Anthony Fasano, founder of Powerful Purpose Associates in New Jersey, suggests that new employees capitalize on their newness by "playing dumb" for the first few months. If someone puts a co-worker down, rather than playing along, the newbie can just say, "I don't really know that person that well."
Playing dumb can buy a new employee time to figure out who the players are in a workplace and, hopefully, learn who to avoid and who to follow.
Bilanich said: "If you're new, try to identify who's positive, who are the people who other people seem to respect and admire. Those are the people you want to be around. If you get to be known as someone who doesn't say bad things about people, people come to trust you. It's always the better path."
Another tack is to take charge of the situation in a positive way. If you're new and people are sniping and gossiping, you can make it clear — without being snooty or a jerk — that office politics are a drag and you don't see the sense wasting your time with such matters.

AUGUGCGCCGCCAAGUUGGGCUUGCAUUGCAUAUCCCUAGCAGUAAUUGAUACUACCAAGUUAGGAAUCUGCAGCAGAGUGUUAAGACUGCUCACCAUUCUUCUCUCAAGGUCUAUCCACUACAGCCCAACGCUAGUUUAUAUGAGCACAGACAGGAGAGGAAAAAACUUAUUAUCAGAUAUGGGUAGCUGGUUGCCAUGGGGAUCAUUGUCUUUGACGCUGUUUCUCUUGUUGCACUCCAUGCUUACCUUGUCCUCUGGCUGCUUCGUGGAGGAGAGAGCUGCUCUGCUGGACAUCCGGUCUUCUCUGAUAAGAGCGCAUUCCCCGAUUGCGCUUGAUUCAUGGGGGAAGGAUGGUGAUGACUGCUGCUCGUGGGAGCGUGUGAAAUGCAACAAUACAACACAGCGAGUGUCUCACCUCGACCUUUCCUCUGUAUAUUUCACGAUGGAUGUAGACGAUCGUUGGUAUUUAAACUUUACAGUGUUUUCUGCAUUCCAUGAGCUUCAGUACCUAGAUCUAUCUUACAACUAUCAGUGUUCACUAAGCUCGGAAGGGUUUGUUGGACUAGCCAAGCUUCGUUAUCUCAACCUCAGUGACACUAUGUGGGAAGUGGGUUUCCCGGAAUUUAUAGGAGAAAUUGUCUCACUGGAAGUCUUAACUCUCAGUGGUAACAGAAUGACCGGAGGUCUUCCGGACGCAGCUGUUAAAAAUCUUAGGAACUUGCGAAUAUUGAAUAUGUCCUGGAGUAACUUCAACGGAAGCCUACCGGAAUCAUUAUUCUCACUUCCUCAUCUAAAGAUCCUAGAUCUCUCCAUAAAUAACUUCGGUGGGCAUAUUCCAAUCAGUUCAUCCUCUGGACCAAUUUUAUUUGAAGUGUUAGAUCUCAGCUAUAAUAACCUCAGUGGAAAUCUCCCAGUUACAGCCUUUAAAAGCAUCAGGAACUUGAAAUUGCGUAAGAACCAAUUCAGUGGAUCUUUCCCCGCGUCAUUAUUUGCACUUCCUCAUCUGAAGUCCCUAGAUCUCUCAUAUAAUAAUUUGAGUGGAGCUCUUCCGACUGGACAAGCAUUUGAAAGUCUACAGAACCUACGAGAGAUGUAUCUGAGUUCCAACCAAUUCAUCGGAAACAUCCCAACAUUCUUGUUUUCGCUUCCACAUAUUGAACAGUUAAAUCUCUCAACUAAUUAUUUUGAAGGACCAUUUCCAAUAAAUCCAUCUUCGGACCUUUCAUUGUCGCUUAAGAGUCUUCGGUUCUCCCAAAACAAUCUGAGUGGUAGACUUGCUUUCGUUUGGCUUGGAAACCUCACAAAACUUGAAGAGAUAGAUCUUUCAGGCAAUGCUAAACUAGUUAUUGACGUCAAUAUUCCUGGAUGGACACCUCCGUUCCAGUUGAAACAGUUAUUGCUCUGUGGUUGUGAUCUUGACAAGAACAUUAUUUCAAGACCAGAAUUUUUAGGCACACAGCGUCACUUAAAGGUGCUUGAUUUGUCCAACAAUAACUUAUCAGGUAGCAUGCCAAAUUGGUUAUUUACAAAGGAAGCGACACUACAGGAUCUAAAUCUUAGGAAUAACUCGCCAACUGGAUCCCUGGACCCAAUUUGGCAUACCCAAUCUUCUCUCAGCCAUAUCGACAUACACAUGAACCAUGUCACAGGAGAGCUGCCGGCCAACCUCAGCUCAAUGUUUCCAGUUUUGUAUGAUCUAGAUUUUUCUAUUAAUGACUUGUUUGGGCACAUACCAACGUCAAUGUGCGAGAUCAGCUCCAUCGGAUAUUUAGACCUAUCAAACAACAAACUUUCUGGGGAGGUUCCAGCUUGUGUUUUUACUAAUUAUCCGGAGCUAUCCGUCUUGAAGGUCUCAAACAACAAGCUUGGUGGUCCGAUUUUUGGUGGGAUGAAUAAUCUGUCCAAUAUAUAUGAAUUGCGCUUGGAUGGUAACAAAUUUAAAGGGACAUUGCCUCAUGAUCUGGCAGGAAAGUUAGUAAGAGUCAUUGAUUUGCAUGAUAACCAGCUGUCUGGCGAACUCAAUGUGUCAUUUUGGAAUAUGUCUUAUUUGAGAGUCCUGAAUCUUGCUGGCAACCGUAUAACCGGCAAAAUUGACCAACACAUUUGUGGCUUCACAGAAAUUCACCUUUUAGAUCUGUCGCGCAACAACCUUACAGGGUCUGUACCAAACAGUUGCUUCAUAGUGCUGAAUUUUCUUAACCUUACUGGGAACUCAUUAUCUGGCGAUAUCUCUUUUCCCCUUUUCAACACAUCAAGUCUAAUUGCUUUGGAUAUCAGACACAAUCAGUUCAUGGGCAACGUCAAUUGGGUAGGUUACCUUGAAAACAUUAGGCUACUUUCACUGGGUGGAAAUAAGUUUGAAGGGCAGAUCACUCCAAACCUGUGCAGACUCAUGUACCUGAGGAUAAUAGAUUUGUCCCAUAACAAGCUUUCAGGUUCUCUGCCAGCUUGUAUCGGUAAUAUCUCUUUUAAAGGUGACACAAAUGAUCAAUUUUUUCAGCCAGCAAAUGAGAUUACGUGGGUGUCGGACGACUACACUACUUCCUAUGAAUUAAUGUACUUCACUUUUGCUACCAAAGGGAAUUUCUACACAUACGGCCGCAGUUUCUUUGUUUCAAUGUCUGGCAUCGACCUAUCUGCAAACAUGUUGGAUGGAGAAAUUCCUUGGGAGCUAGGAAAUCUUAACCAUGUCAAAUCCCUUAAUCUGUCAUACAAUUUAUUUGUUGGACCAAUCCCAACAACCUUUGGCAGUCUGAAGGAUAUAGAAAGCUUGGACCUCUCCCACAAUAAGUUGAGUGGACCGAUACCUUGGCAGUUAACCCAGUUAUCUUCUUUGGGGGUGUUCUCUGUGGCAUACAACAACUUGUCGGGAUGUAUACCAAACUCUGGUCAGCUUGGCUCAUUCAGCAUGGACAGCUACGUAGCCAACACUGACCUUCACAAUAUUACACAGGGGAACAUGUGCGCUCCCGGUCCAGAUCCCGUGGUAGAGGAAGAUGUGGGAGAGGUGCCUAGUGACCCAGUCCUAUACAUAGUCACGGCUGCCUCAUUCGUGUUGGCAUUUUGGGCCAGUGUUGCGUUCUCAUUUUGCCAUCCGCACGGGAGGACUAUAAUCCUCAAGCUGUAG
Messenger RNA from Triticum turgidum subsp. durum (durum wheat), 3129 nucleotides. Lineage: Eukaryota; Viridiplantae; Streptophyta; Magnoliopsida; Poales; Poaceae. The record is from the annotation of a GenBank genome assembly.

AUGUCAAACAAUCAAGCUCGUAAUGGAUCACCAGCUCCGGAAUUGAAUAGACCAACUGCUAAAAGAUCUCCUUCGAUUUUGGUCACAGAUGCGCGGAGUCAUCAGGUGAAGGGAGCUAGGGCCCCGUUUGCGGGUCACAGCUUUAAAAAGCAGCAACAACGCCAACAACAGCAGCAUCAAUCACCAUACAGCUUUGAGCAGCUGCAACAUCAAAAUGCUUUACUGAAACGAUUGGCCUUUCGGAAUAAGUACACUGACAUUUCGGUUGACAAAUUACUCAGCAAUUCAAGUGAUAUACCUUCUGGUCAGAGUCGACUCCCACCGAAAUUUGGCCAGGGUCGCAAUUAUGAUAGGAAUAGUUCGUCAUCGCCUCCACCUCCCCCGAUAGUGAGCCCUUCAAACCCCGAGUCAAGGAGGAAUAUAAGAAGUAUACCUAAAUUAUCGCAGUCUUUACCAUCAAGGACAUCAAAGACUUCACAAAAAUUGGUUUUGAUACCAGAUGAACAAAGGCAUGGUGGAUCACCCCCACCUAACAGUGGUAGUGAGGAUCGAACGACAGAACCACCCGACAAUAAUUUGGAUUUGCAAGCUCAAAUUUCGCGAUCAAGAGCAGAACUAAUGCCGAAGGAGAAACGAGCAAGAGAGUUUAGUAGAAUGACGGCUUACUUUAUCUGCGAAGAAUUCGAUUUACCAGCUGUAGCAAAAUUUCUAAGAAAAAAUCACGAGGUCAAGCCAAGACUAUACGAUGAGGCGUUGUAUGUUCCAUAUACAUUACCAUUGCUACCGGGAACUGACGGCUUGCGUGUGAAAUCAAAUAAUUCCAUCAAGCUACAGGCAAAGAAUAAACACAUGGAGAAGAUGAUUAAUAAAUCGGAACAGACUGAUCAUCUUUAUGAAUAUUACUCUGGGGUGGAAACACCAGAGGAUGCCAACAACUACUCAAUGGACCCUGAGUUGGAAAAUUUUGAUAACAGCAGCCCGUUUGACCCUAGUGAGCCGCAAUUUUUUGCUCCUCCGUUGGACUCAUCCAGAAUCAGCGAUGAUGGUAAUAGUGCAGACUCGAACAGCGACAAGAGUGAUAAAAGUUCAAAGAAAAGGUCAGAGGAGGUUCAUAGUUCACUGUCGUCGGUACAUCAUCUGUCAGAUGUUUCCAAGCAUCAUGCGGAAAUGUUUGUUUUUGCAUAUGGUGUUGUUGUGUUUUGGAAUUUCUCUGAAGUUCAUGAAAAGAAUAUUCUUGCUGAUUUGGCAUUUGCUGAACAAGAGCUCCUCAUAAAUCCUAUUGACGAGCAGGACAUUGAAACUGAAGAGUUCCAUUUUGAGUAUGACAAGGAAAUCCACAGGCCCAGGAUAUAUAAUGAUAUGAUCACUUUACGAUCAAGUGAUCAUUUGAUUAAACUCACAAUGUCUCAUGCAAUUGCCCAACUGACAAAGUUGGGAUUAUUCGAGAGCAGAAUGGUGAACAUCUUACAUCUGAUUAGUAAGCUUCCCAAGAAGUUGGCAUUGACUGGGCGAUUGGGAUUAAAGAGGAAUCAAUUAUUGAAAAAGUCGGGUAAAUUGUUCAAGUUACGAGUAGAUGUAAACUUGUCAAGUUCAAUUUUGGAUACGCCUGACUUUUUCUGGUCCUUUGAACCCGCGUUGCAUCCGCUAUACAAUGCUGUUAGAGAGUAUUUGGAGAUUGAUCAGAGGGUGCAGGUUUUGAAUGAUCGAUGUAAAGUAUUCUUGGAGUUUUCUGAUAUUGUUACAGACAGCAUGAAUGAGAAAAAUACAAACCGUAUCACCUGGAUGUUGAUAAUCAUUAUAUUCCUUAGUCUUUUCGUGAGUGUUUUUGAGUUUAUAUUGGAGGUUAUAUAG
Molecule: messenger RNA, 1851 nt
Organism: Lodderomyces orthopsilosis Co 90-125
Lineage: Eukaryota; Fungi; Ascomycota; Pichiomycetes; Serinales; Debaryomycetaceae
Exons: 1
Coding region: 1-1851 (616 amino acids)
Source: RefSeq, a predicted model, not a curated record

Jessica Simko, founder of the Ohio-based company Career Brand Authority, said: "You can say something like, 'I just came from a company that did a lot of that, so let's find a better way to do this. Let's find a way to make this a culture that doesn't have all this back-stabbing and gossiping.' Fitting in, if that's your mindset, you're not going to get very far. A leader doesn't try to fit in. A leader tries to be respected. You don't just fall in to whatever everybody else is doing."
In other words, channel your inner Odysseus and lead your people past the sirens. (But try not to fill anyone's ears with wax. Human resources might not approve.)
Q: Do you believe HR departments are there for the benefit of the workers or the employers?
— Anonymous, via e-mail
A: I've had to deal with human resources only once in my life (apparently some people didn't like my "no-pants Wednesday" concept), so I had to consult some HR gurus.
Dave Ulrich, professor at the University of Michigan's Ross School of Business, told me that human resources professionals have transitioned over the past few decades from being primarily advocates for workers to being integral parts of corporate management teams.